Apple's iPad has only been available in the US for a month, and it hasn't even officially hit UK shelves yet. However, we've managed to discover a number of tips and tricks that will make the device even more versatile and easy to use.
However, in this short period of time, we've managed to discover a number of tips and tricks for making the device even more versatile and easy to use, including accessories to buy, avoid, and re-use; tricks for writing on the iPad; and at least one really bad gotcha to avoid.
Hold out for the 3G model
If you're an impatient early adopter (like me) then you'll be pre-ordering the iPad on May 10.
However, the model that's going to be available only supports Wi-Fi connectivity. If you've held out this long, hold out a little longer for the 3G model.
While Apple hasn't released UK prices yet, we are fairly confident it won't be a big premium for the 3G version, considering you've already committed to spend out on the Wi-Fi-only model.
You may think you'll never need the 3G service, but how sure are you? Planning to do any travelling? How extensive is the Wi-Fi coverage where you're going? Think of the 3G iPad as having connectivity insurance.
'Not Charging?' No problem
The iPad has some problems charging from the low-powered USB ports found on older desktops and some USB hubs.
You might see a 'Not Charging' message on the iPad when it's connected.
In many cases, the iPad does actually charge from these connectors, but only when the display is off - which means you can't see the icon that tells you the iPad is charging.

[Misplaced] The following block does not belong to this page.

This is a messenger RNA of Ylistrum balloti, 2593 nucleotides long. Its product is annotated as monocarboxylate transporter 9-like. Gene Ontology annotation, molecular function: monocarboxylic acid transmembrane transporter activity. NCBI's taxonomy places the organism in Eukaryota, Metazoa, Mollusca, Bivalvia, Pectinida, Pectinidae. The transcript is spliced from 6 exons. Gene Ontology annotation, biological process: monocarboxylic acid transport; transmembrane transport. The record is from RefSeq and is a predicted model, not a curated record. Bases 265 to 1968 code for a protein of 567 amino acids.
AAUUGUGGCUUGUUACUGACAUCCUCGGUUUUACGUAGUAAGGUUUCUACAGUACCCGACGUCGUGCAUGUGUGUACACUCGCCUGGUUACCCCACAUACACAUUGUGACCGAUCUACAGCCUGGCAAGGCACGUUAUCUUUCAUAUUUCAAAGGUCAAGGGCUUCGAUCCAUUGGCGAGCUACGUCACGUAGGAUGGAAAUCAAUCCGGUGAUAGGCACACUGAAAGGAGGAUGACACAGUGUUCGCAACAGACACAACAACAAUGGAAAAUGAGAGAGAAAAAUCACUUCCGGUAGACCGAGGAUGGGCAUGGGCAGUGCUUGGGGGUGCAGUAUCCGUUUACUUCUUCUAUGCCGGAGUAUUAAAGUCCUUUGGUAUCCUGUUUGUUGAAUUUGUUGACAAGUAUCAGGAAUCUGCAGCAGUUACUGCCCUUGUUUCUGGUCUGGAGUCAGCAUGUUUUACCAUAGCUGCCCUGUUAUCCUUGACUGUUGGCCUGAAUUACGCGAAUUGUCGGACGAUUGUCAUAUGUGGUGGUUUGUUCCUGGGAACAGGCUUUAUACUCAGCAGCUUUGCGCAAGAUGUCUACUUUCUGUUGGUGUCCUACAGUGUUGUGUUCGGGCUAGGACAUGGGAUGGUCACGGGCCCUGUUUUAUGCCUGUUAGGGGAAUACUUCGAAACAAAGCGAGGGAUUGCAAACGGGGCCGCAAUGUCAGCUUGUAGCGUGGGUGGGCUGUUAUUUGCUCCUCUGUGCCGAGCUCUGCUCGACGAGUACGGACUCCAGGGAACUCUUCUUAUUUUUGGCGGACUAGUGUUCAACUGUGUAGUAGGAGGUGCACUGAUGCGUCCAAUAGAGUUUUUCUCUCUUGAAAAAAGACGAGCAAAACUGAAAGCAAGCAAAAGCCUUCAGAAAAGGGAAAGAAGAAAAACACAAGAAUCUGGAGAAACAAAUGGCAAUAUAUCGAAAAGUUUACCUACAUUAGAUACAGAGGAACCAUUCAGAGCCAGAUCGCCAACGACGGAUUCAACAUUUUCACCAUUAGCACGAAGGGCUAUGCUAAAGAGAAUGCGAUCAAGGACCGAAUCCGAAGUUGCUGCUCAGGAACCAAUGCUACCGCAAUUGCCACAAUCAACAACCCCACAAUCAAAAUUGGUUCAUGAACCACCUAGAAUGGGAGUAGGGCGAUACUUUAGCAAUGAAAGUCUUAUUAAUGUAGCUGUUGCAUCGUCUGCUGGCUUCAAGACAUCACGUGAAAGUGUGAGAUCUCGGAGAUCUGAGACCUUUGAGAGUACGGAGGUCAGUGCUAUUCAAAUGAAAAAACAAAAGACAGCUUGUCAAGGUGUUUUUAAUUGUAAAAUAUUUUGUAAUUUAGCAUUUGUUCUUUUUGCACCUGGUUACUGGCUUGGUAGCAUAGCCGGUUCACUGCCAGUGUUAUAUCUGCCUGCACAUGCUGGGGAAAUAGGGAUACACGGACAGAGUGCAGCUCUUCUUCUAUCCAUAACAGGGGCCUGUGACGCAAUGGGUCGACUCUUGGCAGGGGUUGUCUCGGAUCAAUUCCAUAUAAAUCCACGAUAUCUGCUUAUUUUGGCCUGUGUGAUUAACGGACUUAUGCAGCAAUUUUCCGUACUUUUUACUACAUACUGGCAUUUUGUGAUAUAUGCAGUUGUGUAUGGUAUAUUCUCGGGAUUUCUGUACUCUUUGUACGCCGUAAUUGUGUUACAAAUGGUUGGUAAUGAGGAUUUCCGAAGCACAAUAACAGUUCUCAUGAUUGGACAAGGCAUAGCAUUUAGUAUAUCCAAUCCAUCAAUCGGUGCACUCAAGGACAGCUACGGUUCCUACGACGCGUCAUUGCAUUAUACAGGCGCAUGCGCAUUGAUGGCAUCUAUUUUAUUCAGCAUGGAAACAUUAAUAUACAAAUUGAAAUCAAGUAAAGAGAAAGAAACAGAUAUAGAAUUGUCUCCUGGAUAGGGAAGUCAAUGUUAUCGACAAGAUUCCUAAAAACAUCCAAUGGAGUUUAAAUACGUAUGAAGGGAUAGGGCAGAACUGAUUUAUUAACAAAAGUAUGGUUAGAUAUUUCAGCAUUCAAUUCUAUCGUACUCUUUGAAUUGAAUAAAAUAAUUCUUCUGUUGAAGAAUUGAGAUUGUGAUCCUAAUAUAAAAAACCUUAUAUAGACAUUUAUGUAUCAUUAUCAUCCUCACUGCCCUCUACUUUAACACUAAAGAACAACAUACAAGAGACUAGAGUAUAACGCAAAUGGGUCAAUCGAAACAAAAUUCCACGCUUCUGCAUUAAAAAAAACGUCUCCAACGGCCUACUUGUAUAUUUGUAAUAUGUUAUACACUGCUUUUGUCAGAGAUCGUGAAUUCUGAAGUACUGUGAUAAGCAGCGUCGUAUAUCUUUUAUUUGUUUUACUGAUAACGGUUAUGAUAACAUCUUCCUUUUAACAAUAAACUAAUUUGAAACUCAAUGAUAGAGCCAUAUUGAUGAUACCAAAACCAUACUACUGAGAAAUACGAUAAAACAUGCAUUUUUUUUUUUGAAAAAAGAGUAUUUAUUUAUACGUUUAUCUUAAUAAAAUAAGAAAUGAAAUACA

"It's the modern-day 'Does the refrigerator light stay on when I close the door?' mystery," joked Dan Frakes from PC Advisor's sister title Macworld US.
If you're getting the 'Not Charging' message, try leaving your iPad plugged in anyway, and see if the charge is greater when you return.
Keep the iPad out of direct light
No, it's not going to turn into a nasty gremlin; it's just that the screen is pretty reflective and the glare makes it hard to see.
Tilt it any which way
There's no right-side-up for the iPad. You can hold it in any direction and it works.
However, the iPad is often more useful in landscape (wide) rather than portrait (tall) mode.
The onscreen keyboard, for instance, is larger and thus easier to type on in landscape mode, and text is often larger and more readable.
Many apps change mode from portrait to landscape; for example, in landscape mode, the Mail app shows your mailbox along with a particular message you're focused on, while in portrait mode you just see the message.
Similarly, in iBooks, you get a single page in portrait mode, and two pages side by side in landscape.
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